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Molecular dynamics of organic matter in a cultivated soil

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http://pubman.mpdl.mpg.de/cone/persons/resource/persons62384

Gleixner,  G.
Molecular Biogeochemistry Group, Dr. G. Gleixner, Department Biogeochemical Processes, Prof. E.-D. Schulze, Max Planck Institute for Biogeochemistry, Max Planck Society;

http://pubman.mpdl.mpg.de/cone/persons/resource/persons62511

Poirier,  N.
Molecular Biogeochemistry Group, Dr. G. Gleixner, Department Biogeochemical Processes, Prof. E.-D. Schulze, Max Planck Institute for Biogeochemistry, Max Planck Society;

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Citation

Gleixner, G., Poirier, N., Bol, R., & Balesdent, J. (2002). Molecular dynamics of organic matter in a cultivated soil. Organic Geochemistry, 33(3), 357-366.


Cite as: http://hdl.handle.net/11858/00-001M-0000-000E-CEE9-E
Abstract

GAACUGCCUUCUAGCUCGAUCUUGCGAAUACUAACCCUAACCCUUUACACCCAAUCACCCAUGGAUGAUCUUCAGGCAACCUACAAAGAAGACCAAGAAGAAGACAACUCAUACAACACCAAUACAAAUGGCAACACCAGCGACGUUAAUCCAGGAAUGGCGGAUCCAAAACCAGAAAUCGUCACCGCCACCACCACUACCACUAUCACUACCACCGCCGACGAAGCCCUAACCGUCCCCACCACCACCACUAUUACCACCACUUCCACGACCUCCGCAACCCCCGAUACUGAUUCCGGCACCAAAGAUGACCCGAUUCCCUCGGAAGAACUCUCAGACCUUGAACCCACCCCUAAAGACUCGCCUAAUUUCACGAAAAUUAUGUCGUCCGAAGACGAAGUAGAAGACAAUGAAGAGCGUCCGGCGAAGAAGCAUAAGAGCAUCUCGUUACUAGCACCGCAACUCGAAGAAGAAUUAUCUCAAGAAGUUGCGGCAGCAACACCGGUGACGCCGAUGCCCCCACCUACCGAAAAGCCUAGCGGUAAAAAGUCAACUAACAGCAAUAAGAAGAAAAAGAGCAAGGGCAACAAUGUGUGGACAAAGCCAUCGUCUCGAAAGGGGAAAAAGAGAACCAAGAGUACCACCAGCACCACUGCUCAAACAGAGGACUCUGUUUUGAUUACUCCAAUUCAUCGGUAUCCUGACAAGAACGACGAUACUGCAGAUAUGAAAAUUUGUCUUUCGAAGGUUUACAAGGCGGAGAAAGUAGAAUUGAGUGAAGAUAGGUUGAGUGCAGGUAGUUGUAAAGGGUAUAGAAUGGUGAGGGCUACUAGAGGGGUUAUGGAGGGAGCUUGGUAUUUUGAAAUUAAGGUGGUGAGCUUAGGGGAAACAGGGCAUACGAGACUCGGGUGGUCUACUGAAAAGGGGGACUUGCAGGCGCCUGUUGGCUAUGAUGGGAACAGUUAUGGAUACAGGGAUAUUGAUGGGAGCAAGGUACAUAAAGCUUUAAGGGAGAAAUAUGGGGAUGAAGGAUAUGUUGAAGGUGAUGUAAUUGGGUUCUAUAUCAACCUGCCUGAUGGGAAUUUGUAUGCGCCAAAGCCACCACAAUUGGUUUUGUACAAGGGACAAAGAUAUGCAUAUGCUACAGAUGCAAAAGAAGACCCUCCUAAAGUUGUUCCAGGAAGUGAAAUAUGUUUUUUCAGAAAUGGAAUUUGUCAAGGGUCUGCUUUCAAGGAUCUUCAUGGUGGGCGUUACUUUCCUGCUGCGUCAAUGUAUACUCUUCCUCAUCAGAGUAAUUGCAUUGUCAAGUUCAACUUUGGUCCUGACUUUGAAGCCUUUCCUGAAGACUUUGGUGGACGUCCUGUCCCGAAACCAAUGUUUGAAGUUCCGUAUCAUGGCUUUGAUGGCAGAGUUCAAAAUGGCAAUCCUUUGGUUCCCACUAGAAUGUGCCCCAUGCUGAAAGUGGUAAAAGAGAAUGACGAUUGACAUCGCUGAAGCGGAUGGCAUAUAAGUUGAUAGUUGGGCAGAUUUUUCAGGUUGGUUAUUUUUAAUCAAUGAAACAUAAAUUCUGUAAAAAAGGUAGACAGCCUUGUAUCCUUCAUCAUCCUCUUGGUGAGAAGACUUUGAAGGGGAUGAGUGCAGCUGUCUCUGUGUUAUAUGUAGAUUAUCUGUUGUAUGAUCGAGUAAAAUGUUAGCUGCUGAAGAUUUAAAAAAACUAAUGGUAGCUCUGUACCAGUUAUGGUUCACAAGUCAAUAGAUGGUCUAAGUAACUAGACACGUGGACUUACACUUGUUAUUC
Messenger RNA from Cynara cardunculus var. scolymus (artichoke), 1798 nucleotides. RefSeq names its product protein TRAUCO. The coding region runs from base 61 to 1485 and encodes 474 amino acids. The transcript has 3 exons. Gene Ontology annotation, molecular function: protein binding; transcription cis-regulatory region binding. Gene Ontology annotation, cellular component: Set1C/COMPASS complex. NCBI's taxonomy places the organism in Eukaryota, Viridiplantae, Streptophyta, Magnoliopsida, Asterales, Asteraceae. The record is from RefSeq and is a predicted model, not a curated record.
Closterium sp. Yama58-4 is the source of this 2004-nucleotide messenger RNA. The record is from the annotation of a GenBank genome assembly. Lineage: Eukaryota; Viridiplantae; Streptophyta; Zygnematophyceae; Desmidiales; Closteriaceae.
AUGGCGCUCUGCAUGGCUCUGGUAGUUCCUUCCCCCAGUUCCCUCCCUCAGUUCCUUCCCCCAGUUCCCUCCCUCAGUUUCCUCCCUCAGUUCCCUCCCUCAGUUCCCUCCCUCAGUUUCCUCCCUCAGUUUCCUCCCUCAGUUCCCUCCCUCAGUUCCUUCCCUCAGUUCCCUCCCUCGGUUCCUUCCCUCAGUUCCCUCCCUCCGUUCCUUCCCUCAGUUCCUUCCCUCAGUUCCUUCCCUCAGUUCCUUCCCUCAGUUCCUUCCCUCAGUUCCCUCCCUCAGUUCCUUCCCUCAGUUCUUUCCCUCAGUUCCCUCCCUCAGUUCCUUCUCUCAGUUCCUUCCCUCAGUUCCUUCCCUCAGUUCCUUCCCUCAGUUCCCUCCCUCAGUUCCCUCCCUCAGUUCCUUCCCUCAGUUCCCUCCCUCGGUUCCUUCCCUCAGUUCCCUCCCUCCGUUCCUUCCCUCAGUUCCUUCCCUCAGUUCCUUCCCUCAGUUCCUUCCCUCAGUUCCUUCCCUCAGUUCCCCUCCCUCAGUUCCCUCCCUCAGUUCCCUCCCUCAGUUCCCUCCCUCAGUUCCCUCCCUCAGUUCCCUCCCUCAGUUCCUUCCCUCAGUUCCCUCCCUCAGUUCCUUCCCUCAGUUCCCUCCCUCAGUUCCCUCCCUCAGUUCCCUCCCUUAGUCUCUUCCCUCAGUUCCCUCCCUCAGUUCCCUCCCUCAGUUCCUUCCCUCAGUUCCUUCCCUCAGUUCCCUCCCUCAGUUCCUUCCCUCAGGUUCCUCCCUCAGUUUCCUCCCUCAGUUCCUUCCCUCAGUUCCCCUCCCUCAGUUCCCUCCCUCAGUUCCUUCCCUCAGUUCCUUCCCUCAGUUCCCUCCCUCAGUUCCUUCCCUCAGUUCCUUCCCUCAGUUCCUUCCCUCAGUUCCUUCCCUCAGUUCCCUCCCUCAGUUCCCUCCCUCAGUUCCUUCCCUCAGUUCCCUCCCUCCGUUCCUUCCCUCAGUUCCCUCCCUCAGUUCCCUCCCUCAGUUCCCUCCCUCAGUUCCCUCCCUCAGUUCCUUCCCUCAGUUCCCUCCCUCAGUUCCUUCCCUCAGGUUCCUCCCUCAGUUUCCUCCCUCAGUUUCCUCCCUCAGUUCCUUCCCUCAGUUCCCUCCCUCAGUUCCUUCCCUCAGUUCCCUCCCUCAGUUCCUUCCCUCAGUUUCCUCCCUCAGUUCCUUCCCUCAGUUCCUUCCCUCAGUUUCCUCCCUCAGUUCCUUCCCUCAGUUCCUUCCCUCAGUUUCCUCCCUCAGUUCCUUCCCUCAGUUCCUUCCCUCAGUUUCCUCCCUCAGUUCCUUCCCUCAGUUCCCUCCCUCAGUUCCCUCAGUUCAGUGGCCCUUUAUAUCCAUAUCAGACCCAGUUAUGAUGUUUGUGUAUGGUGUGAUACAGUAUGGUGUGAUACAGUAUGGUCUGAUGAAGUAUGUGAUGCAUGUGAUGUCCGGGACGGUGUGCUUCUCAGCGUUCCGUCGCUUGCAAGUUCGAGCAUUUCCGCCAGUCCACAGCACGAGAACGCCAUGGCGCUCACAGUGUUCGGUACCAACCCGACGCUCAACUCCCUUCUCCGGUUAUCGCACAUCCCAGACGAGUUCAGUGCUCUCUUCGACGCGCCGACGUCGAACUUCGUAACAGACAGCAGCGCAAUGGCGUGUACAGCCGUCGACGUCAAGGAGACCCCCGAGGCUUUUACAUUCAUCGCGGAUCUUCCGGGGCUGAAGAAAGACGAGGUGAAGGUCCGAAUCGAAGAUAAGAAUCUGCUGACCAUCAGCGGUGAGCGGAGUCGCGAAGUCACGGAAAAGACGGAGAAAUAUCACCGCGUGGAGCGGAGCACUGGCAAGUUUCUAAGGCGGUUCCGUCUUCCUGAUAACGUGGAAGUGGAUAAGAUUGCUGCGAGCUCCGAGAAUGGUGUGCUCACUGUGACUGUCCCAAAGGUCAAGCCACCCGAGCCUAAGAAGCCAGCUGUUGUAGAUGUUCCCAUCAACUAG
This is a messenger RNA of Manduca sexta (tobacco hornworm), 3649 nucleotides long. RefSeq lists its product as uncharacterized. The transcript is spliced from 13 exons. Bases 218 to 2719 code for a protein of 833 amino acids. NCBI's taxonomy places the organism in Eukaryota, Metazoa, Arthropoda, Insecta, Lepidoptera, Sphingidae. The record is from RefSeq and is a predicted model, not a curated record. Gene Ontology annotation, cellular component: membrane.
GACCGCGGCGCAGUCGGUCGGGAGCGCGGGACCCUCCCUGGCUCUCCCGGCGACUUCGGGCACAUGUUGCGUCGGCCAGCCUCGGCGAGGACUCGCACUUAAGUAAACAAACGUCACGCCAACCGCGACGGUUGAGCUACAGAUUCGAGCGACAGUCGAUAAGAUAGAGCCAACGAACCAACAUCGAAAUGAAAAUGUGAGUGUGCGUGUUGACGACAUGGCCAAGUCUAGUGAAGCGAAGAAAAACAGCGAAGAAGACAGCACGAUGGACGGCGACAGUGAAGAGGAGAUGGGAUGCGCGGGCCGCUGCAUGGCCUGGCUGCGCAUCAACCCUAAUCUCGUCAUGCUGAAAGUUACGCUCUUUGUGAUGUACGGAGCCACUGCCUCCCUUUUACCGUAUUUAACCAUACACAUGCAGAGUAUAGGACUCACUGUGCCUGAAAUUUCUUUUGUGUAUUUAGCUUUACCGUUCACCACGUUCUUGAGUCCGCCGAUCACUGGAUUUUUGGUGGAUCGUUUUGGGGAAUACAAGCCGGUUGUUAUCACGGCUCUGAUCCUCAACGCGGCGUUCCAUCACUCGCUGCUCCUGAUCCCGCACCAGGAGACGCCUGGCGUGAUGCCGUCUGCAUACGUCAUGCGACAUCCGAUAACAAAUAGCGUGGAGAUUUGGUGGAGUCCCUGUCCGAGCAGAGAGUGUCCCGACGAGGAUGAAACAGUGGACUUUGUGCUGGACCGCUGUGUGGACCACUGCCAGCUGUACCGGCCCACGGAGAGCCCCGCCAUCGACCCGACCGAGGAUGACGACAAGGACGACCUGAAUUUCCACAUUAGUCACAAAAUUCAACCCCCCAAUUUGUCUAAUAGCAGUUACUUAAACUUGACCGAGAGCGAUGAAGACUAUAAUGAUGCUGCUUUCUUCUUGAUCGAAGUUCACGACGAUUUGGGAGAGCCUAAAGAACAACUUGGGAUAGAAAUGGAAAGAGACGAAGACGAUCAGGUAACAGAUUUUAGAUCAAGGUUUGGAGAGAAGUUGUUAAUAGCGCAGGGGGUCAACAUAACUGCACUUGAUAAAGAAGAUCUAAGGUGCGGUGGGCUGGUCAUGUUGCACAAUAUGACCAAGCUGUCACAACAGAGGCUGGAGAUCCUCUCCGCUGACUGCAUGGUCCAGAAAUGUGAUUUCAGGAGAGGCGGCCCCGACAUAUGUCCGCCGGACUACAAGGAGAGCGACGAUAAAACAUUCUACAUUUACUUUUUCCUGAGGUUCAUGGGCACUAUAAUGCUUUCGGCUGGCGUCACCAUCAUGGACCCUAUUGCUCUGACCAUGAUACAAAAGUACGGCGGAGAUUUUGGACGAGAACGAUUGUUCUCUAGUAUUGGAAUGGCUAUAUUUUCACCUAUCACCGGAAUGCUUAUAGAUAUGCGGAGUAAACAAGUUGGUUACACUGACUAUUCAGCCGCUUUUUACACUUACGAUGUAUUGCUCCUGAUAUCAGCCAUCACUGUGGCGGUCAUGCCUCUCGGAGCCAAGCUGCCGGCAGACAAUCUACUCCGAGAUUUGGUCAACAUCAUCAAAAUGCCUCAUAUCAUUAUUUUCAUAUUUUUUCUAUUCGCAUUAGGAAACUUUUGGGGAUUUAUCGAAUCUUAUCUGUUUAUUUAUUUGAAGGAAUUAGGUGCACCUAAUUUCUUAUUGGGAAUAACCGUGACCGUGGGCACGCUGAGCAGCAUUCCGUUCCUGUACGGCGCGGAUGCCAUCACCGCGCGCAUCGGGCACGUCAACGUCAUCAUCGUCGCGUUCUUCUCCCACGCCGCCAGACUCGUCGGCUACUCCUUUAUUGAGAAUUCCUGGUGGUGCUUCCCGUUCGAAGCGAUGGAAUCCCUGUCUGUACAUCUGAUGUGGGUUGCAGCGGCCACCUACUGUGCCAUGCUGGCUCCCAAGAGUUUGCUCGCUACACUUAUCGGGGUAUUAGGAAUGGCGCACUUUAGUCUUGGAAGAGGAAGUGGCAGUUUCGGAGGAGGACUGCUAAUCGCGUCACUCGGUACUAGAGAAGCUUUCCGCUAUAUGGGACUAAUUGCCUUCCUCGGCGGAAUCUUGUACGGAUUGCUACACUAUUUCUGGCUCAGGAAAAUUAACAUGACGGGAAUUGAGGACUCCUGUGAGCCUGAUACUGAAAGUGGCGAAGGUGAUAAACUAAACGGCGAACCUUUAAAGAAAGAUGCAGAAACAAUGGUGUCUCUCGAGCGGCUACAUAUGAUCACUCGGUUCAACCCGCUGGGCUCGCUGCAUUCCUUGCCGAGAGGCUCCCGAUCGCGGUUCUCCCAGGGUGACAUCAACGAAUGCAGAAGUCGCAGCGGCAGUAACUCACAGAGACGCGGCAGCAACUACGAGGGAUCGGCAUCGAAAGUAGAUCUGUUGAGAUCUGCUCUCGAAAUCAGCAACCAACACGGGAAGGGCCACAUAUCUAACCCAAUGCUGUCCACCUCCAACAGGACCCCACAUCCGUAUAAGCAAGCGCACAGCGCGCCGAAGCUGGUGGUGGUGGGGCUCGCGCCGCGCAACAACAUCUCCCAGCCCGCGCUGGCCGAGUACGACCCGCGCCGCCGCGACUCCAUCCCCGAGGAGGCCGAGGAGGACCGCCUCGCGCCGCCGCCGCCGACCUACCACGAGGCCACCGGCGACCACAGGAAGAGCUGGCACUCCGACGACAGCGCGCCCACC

The dynamics of soil organic carbon are included in global carbon (C) cycle scenarios using different, but generally arbitrary defined, kinetic pools. To improve global C models, better relationships between the chemical structure of soil organic matter (SOM) and its kinetic pools are needed. To assess the molecular residence time of SOM and the relation with plant inputs, pyrolysis-GC/MS-C-IRMS was performed on maize plants and on two samples from the same soil that had undergone a vegetation change from the C3 plant wheat to the C4 plant maize. This vegetation change has added naturally C-13- enriched material to the soil. Most pyrolysis products from the maize were derived from polysaccharides and lignins, and were not detected in soils. However, polysaccharide-derived products were also major pyrolysis products in soils, N-containing or unspecific pyrolysis products were also detected. The residence times (based on C-13 natural labelling) revealed a continuum of values, that was independent of chemical structure, with only two pyrolysis products presenting a relatively long residence time (ca. 100 years). An unexpected long life-time for N- containing (similar to49 years) and polysaccharide-derived (similar to54 years) pyrolysis products was found. Our results suggest that mainly recycling of carbon in carbohydrates and N- containing materials in addition to physical and chemical protection is responsible for SOM stabilization in the slow carbon pool. (C) 2002 Elsevier Science Ltd. All rights reserved.